MPs cautious over pension reform

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THE House of Commons' Social Security Committee has given only qualified backing to the enormous reform of pension law proposed last year by the Goode Report.

The Pension Law Review Committee, set up in the wake of the Maxwell scandal and chaired by Professor Roy Goode, made 218 recommendations.

MPs on the Social Security Committee feared that full implementation would require 'sheaves' of new regulations, discouraging employers from running occupational pension schemes for their workforces.

In a report issued yesterday, the MPs called for a more tightly focused pensions Bill to implement a watered-down version of the Goode proposals. Only in its call for independent custodians to safeguard pension scheme assets does the MPs' report go significantly beyond the Goode report.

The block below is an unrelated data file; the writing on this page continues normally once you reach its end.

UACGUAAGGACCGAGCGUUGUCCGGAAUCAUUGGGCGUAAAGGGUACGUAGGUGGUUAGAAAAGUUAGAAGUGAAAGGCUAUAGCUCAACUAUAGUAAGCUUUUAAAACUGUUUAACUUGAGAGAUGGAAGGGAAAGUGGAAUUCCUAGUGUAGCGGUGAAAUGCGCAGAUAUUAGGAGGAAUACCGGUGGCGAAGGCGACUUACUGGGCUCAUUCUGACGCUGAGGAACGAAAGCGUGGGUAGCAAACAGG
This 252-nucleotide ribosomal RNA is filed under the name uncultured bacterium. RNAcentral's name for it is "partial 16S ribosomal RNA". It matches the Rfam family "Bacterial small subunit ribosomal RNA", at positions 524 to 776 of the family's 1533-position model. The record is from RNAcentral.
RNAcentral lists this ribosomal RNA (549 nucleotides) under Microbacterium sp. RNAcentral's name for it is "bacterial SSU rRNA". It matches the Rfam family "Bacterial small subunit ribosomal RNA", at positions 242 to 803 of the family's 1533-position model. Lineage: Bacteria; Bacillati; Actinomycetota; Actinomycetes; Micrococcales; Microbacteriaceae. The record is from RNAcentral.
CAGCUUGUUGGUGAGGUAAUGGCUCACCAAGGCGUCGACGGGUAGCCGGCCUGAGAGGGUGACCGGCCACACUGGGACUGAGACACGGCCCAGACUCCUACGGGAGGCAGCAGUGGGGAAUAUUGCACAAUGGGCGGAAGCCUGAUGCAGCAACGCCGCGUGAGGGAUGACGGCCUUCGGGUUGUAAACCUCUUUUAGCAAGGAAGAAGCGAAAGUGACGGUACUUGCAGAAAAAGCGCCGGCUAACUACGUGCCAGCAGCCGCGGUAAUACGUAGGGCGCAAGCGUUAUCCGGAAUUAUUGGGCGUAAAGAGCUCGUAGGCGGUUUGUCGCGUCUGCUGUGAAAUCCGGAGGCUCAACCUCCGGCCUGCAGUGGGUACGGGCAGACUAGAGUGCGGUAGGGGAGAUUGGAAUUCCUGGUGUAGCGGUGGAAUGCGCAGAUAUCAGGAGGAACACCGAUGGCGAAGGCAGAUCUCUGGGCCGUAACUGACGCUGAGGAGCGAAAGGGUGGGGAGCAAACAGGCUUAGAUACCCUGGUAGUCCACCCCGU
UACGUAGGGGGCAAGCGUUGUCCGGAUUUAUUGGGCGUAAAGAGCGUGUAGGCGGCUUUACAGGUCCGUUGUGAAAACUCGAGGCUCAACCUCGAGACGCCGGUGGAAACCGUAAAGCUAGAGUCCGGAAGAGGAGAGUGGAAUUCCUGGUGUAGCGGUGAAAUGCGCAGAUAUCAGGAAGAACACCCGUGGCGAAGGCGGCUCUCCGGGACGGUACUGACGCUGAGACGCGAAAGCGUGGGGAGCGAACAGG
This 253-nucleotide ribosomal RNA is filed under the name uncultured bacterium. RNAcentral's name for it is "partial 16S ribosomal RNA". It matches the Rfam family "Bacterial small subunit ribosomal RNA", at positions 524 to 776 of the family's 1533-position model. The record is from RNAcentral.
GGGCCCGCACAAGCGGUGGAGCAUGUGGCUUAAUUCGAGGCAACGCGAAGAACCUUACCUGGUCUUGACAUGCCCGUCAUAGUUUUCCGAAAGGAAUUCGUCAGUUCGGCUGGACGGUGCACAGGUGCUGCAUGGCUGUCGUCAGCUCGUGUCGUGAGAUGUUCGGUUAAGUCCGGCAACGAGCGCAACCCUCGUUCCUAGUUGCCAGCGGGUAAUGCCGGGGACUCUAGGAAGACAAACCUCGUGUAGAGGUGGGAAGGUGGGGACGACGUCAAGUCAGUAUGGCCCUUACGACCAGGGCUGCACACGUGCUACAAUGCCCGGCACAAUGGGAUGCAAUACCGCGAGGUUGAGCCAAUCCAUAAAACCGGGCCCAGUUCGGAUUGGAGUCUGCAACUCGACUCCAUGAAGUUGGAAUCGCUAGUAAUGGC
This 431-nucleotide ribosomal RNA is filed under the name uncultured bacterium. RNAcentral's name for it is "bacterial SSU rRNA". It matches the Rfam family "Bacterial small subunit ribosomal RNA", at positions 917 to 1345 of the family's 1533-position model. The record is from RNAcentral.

The MPs regard a new and powerful pensions regulator as pivotal. They also support the Goode recommendation for a compensation scheme to protect against fraud, theft and other misappropriation.

But the proposed minimum solvency standard could bring about the winding-up of many pension schemes, the social security committee believes. It recommends a more flexible approach, without the threat that employers might have to make substantial injections of money at short notice.

The report says larger pension schemes should be required to appoint one-third of their trustees from among the members but is happy for this change to be introduced 'over time'.